Brexit: implications for the fashion and luxury brands industry

As the dust settles after the vote for Brexit, the fashion industry and luxury brands sectors have been assessing the likely impact of the UK leaving the EU. Brexit will have profound implications for both parts of this industry: the fashion industry contributed £26bn to the UK's economy in 2015, and employed nearly 800,000 people in jobs ranging from the design team to the shop floors, whilst the luxury sector generated £32.2bn in sales, and was projected to employ around 158,000.

The EU creates a framework through which the UK and the 27 other Member States cooperate. At its core is the principle that the combined territory of those states forms a Single Market within which goods, services, capital and people can move freely, there is fair competition and consumers and workers are protected. The fundamental principle is that EU citizens must not be discriminated against on the grounds of their nationality, including in relation to their free movement around the EU.

One of the key unknowns when looking at the impact of a Brexit on restructuring and insolvency laws, is what sort of relationship the UK will have with the rest of the EU once its divorce has become final. Will the UK join the EEA? Will it become a member of EFTA but otherwise negotiate bilateral agreements with Member States? Or will it go it alone, negotiating a bespoke solution with each jurisdiction?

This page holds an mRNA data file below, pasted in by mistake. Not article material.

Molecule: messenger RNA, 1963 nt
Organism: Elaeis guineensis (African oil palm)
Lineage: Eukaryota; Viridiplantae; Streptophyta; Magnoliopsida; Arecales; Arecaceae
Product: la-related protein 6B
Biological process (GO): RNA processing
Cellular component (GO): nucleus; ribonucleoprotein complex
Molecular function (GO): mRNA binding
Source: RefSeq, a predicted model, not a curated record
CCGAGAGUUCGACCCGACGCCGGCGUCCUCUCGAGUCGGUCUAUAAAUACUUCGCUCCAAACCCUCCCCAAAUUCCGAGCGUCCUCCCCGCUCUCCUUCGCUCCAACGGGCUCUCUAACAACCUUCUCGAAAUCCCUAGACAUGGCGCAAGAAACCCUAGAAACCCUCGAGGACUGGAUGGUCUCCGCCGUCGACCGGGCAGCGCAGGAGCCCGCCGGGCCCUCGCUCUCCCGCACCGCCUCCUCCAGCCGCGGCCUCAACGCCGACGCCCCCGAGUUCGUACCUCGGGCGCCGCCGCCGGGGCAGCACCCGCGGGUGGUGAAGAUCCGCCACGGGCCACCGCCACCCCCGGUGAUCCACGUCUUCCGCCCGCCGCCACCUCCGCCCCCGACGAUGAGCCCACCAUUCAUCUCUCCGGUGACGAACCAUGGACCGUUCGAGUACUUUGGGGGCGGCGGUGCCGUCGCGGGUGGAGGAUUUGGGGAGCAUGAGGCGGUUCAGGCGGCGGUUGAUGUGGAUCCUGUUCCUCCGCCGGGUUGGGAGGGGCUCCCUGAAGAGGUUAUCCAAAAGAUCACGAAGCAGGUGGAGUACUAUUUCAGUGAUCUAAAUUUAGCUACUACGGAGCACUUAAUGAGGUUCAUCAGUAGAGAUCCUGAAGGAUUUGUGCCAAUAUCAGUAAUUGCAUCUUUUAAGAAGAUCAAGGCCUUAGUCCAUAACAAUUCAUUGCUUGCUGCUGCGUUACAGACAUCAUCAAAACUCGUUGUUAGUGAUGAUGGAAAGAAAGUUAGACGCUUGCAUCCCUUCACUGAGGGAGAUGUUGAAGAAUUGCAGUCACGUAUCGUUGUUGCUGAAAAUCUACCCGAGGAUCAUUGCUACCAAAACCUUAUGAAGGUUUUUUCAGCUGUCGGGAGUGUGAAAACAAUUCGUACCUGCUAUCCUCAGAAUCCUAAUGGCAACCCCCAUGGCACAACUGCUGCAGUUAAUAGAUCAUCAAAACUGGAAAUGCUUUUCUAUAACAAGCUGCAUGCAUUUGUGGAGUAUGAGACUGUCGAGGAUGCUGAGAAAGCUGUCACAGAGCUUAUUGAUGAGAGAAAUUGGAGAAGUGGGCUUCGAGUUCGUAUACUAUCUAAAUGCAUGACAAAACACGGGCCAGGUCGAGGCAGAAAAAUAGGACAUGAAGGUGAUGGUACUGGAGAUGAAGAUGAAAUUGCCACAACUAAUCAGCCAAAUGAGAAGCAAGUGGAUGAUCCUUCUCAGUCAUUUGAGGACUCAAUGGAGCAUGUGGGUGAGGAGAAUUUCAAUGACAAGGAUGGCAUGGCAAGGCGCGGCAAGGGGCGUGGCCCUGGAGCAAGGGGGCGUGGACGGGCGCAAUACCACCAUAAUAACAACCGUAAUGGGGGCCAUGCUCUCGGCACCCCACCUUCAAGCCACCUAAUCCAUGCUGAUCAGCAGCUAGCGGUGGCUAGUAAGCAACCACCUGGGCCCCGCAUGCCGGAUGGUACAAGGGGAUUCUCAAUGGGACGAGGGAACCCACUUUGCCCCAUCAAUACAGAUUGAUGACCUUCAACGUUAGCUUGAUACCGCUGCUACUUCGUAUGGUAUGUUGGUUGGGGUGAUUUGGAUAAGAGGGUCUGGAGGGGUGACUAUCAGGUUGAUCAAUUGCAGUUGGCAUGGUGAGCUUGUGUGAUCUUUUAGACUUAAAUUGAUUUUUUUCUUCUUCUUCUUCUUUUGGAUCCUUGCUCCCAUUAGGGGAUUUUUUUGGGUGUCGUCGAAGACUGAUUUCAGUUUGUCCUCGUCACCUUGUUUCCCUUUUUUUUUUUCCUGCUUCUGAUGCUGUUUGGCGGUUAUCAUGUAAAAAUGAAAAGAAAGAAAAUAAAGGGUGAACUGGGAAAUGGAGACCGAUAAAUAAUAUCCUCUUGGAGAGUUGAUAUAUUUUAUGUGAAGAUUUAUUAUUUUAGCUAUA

Potential future trading relationship with the EU and/or EU Member States

  • The EU Single Market – the UK is currently a member of the EU Single Market which means that EU citizens can work and live anywhere in the EU and goods and services can be moved freely across borders without tariffs being charged. The UK could choose to stay in the EU Single Market or be granted access to it upon mutually agreed terms. However, in return for membership of the Single Market, the EU is highly likely to insist upon the UK complying with terms or principles that are problematic for the UK politically, in particular the "free movement of people" principle;
  • Bilateral agreements – the UK may eventually conclude a series of bilateral trade agreements with different EU Member States and/or other countries with differing requirements, which are likely to focus on business and regulatory matters (such as imposition of tariffs or compliance with local regulatory requirements); or
  • No relationship – if no deal is done with the EU, or EU Member States, then the UK will trade with them as a member of the WTO, in its own right. This would mean that the UK would have to meet the requirements of WTO membership (which it already does) but both sides will be free to change aspects of their relationship that they do not like or which promote their own interests, e.g. tariffs on imports. Current understanding is that the UK will have to confirm to the WTO that it will maintain the EU tariffs in the short term, but that these may change over time.

There is a spectrum of possibilities, and it is quite probable that the eventual trading relationship, whilst lying somewhere on this spectrum, will not precisely reflect any of these models but a “pick and mix” combination of elements from them. 

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